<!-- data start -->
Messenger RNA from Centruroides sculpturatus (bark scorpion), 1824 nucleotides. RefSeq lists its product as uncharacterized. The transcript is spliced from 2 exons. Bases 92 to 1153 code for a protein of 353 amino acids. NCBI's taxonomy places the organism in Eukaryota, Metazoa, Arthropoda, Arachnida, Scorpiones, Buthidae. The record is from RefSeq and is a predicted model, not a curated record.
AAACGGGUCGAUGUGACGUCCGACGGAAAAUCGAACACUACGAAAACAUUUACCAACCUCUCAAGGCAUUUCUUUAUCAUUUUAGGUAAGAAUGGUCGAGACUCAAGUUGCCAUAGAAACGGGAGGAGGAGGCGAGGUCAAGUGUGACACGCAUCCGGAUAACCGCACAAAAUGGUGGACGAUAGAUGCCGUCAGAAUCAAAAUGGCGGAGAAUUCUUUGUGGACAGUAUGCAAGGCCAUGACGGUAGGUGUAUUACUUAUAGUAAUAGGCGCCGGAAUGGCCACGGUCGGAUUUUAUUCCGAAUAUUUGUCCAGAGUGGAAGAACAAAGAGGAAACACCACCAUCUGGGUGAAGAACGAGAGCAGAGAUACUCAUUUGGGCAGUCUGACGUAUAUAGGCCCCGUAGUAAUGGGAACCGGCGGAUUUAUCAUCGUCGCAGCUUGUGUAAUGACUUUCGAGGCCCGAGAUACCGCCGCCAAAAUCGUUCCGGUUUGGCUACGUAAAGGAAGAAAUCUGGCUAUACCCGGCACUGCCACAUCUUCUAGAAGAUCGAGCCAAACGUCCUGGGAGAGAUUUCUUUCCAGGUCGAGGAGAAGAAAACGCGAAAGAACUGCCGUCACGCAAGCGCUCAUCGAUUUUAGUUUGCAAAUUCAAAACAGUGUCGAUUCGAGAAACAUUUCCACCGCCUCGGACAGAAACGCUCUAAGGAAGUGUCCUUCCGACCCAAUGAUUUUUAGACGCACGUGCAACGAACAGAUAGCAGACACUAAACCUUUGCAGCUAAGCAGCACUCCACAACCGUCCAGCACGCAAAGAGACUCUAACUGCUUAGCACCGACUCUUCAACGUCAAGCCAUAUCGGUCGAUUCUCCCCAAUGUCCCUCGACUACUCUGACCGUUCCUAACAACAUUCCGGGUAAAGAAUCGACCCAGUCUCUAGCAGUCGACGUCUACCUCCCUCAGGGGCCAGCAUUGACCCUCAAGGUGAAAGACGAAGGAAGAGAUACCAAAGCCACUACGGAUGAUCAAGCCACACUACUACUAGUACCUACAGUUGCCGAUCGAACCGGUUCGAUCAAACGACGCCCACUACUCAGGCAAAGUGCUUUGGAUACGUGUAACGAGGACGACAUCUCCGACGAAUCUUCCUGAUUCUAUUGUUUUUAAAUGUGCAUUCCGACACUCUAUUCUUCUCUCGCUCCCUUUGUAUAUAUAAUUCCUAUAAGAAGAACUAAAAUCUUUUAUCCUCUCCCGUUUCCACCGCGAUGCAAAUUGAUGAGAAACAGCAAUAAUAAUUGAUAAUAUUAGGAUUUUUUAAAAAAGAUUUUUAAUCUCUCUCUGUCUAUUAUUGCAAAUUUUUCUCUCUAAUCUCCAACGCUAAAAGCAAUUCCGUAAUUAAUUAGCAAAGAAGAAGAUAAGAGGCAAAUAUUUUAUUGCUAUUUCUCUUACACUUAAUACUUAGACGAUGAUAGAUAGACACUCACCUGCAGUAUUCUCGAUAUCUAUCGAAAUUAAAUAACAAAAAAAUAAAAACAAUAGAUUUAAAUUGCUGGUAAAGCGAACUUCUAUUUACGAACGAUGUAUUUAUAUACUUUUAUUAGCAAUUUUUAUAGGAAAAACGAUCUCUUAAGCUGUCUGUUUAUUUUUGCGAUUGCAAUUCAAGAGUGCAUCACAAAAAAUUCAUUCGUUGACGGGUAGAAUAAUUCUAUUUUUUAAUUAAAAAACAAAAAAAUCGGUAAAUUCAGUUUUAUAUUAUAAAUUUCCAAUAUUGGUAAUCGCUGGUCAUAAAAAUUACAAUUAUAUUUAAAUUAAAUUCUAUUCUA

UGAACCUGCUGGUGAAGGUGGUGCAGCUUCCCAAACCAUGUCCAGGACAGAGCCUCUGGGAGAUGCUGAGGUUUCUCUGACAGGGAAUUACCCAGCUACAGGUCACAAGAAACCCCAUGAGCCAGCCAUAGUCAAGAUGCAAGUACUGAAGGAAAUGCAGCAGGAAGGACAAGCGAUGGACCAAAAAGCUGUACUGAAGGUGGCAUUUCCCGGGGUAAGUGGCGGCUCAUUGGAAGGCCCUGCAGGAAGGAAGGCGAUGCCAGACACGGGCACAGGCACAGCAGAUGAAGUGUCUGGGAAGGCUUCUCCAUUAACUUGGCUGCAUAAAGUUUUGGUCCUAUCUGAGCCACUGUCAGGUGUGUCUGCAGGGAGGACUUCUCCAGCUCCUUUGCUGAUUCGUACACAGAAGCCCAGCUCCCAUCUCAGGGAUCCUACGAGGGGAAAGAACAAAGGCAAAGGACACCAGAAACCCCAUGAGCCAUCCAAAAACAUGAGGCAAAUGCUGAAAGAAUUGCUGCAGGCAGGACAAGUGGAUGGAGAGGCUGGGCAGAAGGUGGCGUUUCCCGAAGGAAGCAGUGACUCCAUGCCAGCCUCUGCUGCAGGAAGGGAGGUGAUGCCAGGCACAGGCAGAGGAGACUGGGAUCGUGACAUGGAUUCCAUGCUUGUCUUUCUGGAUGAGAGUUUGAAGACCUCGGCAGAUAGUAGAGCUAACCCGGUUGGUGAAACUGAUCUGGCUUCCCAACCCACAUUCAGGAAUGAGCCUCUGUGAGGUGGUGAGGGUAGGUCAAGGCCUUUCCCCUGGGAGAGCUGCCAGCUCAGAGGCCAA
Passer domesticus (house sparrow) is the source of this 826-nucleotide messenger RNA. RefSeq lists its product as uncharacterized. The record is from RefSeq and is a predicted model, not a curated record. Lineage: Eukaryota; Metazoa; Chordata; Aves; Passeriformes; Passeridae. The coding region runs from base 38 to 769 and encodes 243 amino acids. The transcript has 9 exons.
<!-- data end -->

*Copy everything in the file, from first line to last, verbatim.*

Messenger RNA from Centruroides sculpturatus (bark scorpion), 1824 nucleotides. RefSeq lists its product as uncharacterized. The transcript is spliced from 2 exons. Bases 92 to 1153 code for a protein of 353 amino acids. NCBI's taxonomy places the organism in Eukaryota, Metazoa, Arthropoda, Arachnida, Scorpiones, Buthidae. The record is from RefSeq and is a predicted model, not a curated record.
AAACGGGUCGAUGUGACGUCCGACGGAAAAUCGAACACUACGAAAACAUUUACCAACCUCUCAAGGCAUUUCUUUAUCAUUUUAGGUAAGAAUGGUCGAGACUCAAGUUGCCAUAGAAACGGGAGGAGGAGGCGAGGUCAAGUGUGACACGCAUCCGGAUAACCGCACAAAAUGGUGGACGAUAGAUGCCGUCAGAAUCAAAAUGGCGGAGAAUUCUUUGUGGACAGUAUGCAAGGCCAUGACGGUAGGUGUAUUACUUAUAGUAAUAGGCGCCGGAAUGGCCACGGUCGGAUUUUAUUCCGAAUAUUUGUCCAGAGUGGAAGAACAAAGAGGAAACACCACCAUCUGGGUGAAGAACGAGAGCAGAGAUACUCAUUUGGGCAGUCUGACGUAUAUAGGCCCCGUAGUAAUGGGAACCGGCGGAUUUAUCAUCGUCGCAGCUUGUGUAAUGACUUUCGAGGCCCGAGAUACCGCCGCCAAAAUCGUUCCGGUUUGGCUACGUAAAGGAAGAAAUCUGGCUAUACCCGGCACUGCCACAUCUUCUAGAAGAUCGAGCCAAACGUCCUGGGAGAGAUUUCUUUCCAGGUCGAGGAGAAGAAAACGCGAAAGAACUGCCGUCACGCAAGCGCUCAUCGAUUUUAGUUUGCAAAUUCAAAACAGUGUCGAUUCGAGAAACAUUUCCACCGCCUCGGACAGAAACGCUCUAAGGAAGUGUCCUUCCGACCCAAUGAUUUUUAGACGCACGUGCAACGAACAGAUAGCAGACACUAAACCUUUGCAGCUAAGCAGCACUCCACAACCGUCCAGCACGCAAAGAGACUCUAACUGCUUAGCACCGACUCUUCAACGUCAAGCCAUAUCGGUCGAUUCUCCCCAAUGUCCCUCGACUACUCUGACCGUUCCUAACAACAUUCCGGGUAAAGAAUCGACCCAGUCUCUAGCAGUCGACGUCUACCUCCCUCAGGGGCCAGCAUUGACCCUCAAGGUGAAAGACGAAGGAAGAGAUACCAAAGCCACUACGGAUGAUCAAGCCACACUACUACUAGUACCUACAGUUGCCGAUCGAACCGGUUCGAUCAAACGACGCCCACUACUCAGGCAAAGUGCUUUGGAUACGUGUAACGAGGACGACAUCUCCGACGAAUCUUCCUGAUUCUAUUGUUUUUAAAUGUGCAUUCCGACACUCUAUUCUUCUCUCGCUCCCUUUGUAUAUAUAAUUCCUAUAAGAAGAACUAAAAUCUUUUAUCCUCUCCCGUUUCCACCGCGAUGCAAAUUGAUGAGAAACAGCAAUAAUAAUUGAUAAUAUUAGGAUUUUUUAAAAAAGAUUUUUAAUCUCUCUCUGUCUAUUAUUGCAAAUUUUUCUCUCUAAUCUCCAACGCUAAAAGCAAUUCCGUAAUUAAUUAGCAAAGAAGAAGAUAAGAGGCAAAUAUUUUAUUGCUAUUUCUCUUACACUUAAUACUUAGACGAUGAUAGAUAGACACUCACCUGCAGUAUUCUCGAUAUCUAUCGAAAUUAAAUAACAAAAAAAUAAAAACAAUAGAUUUAAAUUGCUGGUAAAGCGAACUUCUAUUUACGAACGAUGUAUUUAUAUACUUUUAUUAGCAAUUUUUAUAGGAAAAACGAUCUCUUAAGCUGUCUGUUUAUUUUUGCGAUUGCAAUUCAAGAGUGCAUCACAAAAAAUUCAUUCGUUGACGGGUAGAAUAAUUCUAUUUUUUAAUUAAAAAACAAAAAAAUCGGUAAAUUCAGUUUUAUAUUAUAAAUUUCCAAUAUUGGUAAUCGCUGGUCAUAAAAAUUACAAUUAUAUUUAAAUUAAAUUCUAUUCUA

UGAACCUGCUGGUGAAGGUGGUGCAGCUUCCCAAACCAUGUCCAGGACAGAGCCUCUGGGAGAUGCUGAGGUUUCUCUGACAGGGAAUUACCCAGCUACAGGUCACAAGAAACCCCAUGAGCCAGCCAUAGUCAAGAUGCAAGUACUGAAGGAAAUGCAGCAGGAAGGACAAGCGAUGGACCAAAAAGCUGUACUGAAGGUGGCAUUUCCCGGGGUAAGUGGCGGCUCAUUGGAAGGCCCUGCAGGAAGGAAGGCGAUGCCAGACACGGGCACAGGCACAGCAGAUGAAGUGUCUGGGAAGGCUUCUCCAUUAACUUGGCUGCAUAAAGUUUUGGUCCUAUCUGAGCCACUGUCAGGUGUGUCUGCAGGGAGGACUUCUCCAGCUCCUUUGCUGAUUCGUACACAGAAGCCCAGCUCCCAUCUCAGGGAUCCUACGAGGGGAAAGAACAAAGGCAAAGGACACCAGAAACCCCAUGAGCCAUCCAAAAACAUGAGGCAAAUGCUGAAAGAAUUGCUGCAGGCAGGACAAGUGGAUGGAGAGGCUGGGCAGAAGGUGGCGUUUCCCGAAGGAAGCAGUGACUCCAUGCCAGCCUCUGCUGCAGGAAGGGAGGUGAUGCCAGGCACAGGCAGAGGAGACUGGGAUCGUGACAUGGAUUCCAUGCUUGUCUUUCUGGAUGAGAGUUUGAAGACCUCGGCAGAUAGUAGAGCUAACCCGGUUGGUGAAACUGAUCUGGCUUCCCAACCCACAUUCAGGAAUGAGCCUCUGUGAGGUGGUGAGGGUAGGUCAAGGCCUUUCCCCUGGGAGAGCUGCCAGCUCAGAGGCCAA
Passer domesticus (house sparrow) is the source of this 826-nucleotide messenger RNA. RefSeq lists its product as uncharacterized. The record is from RefSeq and is a predicted model, not a curated record. Lineage: Eukaryota; Metazoa; Chordata; Aves; Passeriformes; Passeridae. The coding region runs from base 38 to 769 and encodes 243 amino acids. The transcript has 9 exons.